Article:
Hlatky and colleagues recently analyzed pooled individual patient data from 10 randomized trials comparing the effectiveness of CABG with PCI (n=7812). During a median follow-up of 5.9 years, mortality in patients with diabetes (CABG, n=615; PCI, n=618) was 30% lower in the CABG group than in the PCI group. In contrast, mortality was similar between groups in patients without DM. The beneficial effect of CABG compared with PCI on survival did not differ between balloon angioplasty (n=6) and bare-metal stent (n=4) trials .
The CARDia (Coronary Artery Revascularization in Diabetes) trial enrolled patients with diabetes with either multivessel CAD or complex single-vessel CAD (ostial or proximal left anterior descending artery disease) in whom coronary revascularization was recommended on clinical grounds. Patients were randomized only if an experienced interventional cardiologist and cardiac surgeon agreed that there was reasonable equipoise in the risks and benefits of PCI and CABG. The primary end point was a composite of death, MI, and stroke assessed at 1 year after randomization with a major secondary end point of the composite of the primary outcome and repeat revascularization. The primary comparison used a noninferiority method with the upper boundary of the 95% CI not to exceed 1.3 to declare PCI noninferior. The study enrolled 510 patients with diabetes, with 69% of patients in the PCI arm receiving SES. The combined rate of death, MI, and stroke in the CABG group was 10.5% compared with 13.0% in the PCI group (HR: 1.25, 95% CI: 0.75–2.09). Thus, the noninferiority margin of 1.3 was exceeded by the upper limit of the CI for the primary end point, indicating that the study results could not demonstrate that PCI is noninferior to CABG. The rates of death, MI, stroke, or repeat revascularization were 11.3% and 19.3% in the CABG and PCI groups, respectively .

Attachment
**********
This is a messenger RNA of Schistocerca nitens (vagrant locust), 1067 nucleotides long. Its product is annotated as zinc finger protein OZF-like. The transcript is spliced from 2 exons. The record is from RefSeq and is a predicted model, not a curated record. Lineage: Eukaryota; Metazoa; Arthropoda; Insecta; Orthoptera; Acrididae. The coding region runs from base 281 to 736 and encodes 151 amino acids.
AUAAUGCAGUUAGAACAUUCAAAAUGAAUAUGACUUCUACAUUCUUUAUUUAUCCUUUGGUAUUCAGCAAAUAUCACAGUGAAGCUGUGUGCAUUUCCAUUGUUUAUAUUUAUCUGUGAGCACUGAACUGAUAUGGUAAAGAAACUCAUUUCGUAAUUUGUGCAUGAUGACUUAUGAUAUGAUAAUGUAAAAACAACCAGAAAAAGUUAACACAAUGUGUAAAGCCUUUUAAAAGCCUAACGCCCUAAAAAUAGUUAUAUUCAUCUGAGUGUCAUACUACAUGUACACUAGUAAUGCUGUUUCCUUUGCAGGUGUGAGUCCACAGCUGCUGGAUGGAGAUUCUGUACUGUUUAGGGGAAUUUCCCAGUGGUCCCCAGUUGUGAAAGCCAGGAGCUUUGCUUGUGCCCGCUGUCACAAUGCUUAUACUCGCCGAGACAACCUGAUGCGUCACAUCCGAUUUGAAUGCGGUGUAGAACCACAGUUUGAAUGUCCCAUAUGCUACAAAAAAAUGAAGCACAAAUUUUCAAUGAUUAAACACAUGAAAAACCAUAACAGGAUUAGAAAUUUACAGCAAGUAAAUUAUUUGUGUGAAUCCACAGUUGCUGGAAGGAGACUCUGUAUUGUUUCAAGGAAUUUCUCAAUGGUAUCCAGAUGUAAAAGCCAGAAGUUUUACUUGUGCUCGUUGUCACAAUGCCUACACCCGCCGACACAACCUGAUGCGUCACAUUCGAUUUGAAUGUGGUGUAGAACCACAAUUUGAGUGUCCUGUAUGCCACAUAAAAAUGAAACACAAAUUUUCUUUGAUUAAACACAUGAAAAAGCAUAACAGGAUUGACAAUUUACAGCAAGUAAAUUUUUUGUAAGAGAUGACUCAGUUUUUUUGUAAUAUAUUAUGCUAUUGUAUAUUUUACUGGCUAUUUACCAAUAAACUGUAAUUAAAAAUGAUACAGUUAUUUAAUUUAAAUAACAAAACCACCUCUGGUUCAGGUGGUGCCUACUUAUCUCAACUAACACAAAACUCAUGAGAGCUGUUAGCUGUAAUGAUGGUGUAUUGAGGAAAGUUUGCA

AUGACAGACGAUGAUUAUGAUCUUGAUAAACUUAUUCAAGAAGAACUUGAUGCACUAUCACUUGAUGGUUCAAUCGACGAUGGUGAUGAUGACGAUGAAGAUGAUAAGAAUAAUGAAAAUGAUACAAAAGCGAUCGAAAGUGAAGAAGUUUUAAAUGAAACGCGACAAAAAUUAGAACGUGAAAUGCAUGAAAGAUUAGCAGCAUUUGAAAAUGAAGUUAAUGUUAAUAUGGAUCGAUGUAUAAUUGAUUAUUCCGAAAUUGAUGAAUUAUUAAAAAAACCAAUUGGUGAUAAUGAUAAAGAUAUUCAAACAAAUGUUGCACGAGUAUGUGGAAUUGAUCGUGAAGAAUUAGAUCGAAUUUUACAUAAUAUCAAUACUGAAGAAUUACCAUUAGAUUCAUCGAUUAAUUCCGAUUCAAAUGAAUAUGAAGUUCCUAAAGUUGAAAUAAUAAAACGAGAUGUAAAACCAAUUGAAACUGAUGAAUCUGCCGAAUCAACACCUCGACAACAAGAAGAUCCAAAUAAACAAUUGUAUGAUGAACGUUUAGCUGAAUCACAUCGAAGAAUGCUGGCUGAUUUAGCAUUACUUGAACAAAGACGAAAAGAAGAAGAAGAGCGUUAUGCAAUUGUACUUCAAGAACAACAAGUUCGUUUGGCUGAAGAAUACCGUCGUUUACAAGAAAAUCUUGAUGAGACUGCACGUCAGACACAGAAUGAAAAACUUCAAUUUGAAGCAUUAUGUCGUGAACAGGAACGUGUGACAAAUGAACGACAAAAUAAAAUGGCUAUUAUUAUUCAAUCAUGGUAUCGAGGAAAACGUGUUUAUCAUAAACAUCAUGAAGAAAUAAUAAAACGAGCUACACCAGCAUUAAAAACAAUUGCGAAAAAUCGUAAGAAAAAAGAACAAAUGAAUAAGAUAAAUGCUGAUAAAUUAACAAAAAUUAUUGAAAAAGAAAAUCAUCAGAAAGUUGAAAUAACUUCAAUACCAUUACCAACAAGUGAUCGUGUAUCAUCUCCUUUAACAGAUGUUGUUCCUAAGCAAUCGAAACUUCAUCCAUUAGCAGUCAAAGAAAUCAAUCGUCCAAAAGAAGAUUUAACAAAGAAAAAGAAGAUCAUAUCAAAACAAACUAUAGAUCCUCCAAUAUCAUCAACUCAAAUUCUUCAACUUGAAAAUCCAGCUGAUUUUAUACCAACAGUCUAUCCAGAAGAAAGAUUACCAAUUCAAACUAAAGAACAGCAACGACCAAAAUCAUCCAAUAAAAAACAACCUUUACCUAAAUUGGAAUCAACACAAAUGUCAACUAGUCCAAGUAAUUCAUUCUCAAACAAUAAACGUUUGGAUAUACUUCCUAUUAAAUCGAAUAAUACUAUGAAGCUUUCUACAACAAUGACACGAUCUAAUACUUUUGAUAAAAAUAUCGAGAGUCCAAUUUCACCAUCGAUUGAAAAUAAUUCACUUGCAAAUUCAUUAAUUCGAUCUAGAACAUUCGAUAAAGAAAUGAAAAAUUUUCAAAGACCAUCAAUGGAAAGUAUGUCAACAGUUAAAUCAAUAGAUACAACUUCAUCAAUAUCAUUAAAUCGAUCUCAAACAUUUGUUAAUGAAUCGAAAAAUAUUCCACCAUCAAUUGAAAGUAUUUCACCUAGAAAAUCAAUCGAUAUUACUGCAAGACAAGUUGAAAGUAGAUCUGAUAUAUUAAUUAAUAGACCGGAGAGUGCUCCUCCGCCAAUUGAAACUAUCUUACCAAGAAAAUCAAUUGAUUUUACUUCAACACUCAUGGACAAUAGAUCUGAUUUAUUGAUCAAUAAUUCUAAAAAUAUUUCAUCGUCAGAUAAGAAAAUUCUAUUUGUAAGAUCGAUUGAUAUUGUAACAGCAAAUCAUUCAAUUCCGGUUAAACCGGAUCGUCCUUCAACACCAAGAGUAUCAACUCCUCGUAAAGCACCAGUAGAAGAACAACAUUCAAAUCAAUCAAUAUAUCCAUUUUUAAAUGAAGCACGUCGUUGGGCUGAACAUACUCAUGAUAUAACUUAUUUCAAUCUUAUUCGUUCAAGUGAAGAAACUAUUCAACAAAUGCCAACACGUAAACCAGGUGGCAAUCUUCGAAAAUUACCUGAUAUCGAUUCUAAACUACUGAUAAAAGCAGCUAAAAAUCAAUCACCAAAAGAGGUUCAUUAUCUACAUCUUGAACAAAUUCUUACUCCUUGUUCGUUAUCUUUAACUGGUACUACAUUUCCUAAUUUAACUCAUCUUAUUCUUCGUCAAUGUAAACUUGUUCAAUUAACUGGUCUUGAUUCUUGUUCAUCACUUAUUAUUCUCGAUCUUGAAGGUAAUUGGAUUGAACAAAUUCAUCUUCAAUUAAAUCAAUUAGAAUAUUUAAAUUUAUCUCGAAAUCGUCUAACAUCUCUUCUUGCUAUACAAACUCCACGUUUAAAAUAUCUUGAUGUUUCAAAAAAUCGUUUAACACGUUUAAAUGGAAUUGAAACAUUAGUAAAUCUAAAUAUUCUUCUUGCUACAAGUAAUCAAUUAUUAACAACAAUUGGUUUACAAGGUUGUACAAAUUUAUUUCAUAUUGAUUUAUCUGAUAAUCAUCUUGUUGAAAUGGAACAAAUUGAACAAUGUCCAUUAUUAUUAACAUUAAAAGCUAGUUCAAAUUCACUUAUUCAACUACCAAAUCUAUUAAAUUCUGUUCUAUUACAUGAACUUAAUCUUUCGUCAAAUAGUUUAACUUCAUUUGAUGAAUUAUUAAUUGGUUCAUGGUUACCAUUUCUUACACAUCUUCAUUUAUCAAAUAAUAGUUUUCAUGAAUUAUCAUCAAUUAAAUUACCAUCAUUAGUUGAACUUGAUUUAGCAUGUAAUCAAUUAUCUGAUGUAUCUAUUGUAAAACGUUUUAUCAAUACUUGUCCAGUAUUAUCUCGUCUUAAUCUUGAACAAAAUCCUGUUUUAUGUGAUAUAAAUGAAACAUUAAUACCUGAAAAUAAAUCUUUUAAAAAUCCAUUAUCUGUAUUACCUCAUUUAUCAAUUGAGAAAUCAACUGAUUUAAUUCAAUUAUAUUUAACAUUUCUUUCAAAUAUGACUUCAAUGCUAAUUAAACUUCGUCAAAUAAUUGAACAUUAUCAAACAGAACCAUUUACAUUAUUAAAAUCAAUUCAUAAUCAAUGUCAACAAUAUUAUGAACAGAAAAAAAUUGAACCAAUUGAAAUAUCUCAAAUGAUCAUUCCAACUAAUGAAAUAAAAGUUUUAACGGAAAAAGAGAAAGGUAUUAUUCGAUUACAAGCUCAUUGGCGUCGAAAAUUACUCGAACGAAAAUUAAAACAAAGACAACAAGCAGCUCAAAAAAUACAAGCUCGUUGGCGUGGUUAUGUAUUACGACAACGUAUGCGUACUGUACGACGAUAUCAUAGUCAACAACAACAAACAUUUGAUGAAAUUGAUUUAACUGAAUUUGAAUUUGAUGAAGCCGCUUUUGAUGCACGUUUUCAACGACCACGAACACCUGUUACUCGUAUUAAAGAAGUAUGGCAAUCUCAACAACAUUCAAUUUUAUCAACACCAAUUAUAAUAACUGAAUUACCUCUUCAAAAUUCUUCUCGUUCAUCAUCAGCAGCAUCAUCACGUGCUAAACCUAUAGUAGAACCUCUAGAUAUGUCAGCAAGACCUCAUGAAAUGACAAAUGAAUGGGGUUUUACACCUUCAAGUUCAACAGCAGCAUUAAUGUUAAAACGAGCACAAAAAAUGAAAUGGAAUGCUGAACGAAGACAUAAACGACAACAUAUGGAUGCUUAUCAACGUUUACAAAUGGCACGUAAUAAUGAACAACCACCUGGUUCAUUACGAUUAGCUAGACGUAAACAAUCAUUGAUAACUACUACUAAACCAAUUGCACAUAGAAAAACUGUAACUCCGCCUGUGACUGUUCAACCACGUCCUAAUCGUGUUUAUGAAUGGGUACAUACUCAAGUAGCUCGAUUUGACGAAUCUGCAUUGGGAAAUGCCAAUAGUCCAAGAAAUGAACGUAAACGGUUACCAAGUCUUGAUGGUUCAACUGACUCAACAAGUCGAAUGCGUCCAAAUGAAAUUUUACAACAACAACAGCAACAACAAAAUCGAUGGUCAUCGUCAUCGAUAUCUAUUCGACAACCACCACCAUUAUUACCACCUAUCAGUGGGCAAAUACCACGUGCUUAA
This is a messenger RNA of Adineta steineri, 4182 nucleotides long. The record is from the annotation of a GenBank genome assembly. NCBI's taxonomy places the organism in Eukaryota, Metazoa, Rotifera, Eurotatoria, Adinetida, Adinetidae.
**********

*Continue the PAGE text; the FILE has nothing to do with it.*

The Bypass Angioplasty Revascularization Investigation 2 Diabetes (BARI-2D) trial tested the hypothesis that in patients with both DM and stable coronary disease, prompt revascularization, surgical or catheter-based, would reduce long-term rates of death and cardiovascular events as compared with medical therapy alone. A second hypothesis, that insulin sensitization would be superior to insulin provision will not be discussed here. Coronary artery disease was documented on angiography (≥50% stenosis of a major epicardial coronary artery associated with a positive stress test or ≥70% stenosis of a major epicardial coronary artery and classic angina) before randomization. All patients had to be appropriate candidates for both elective PCI or CABG. Patients were randomized to undergo either prompt coronary revascularization or medical therapy. The appropriate method of revascularization for each patient (PCI or CABG) was determined a priori by the responsible physician. Approximately one third of patients in the PCI stratum who were assigned to undergo revascularization received a drug eluting stent. The primary end point was death from any cause, and the secondary end point was a composite of death, myocardial infarction, or stroke.
The rates of death from any cause did not differ significantly between the revascularization group and the medical-therapy group. The 5-year survival rate was 88% among patients in the revascularization and medical-therapy groups, with no statistical difference in rates of major cardiovascular events or death. The initial selection process of patients for the CABG stratum resulted in a population of patients with a much greater atherosclerotic burden and more lesions than in the PCI stratum. These patients had more 3-vessel disease (52% versus 20%), more total occlusions (61% versus 32%), more proximal left anterior descending stenosis ≥50% (19% versus 10%), a greater number of nonobstructive and obstructive atherosclerotic and class C lesions . Prompt revascularization significantly reduced major cardiovascular events, as compared with intensive medical therapy, among patients who were selected to undergo CABG largely because of a reduction in MI events, but not among those who were selected to undergo PCI (P=0.002 for the interaction between study-group assignment and intended method of revascularization) [86, 87]. Of the patients who were assigned to receive medical therapy, 42% had changes in their clinical course that led to coronary revascularization during the 5 years of follow up. The COURAGE (Clinical Outcomes Utilizing Revascularization and Aggressive Drug Evaluation) trial also showed that percutaneous intervention with optimal medical therapy was no better than optimal medical therapy alone for patients with stable CAD in general and for a subgroup of patients with DM (34% of patients enrolled) .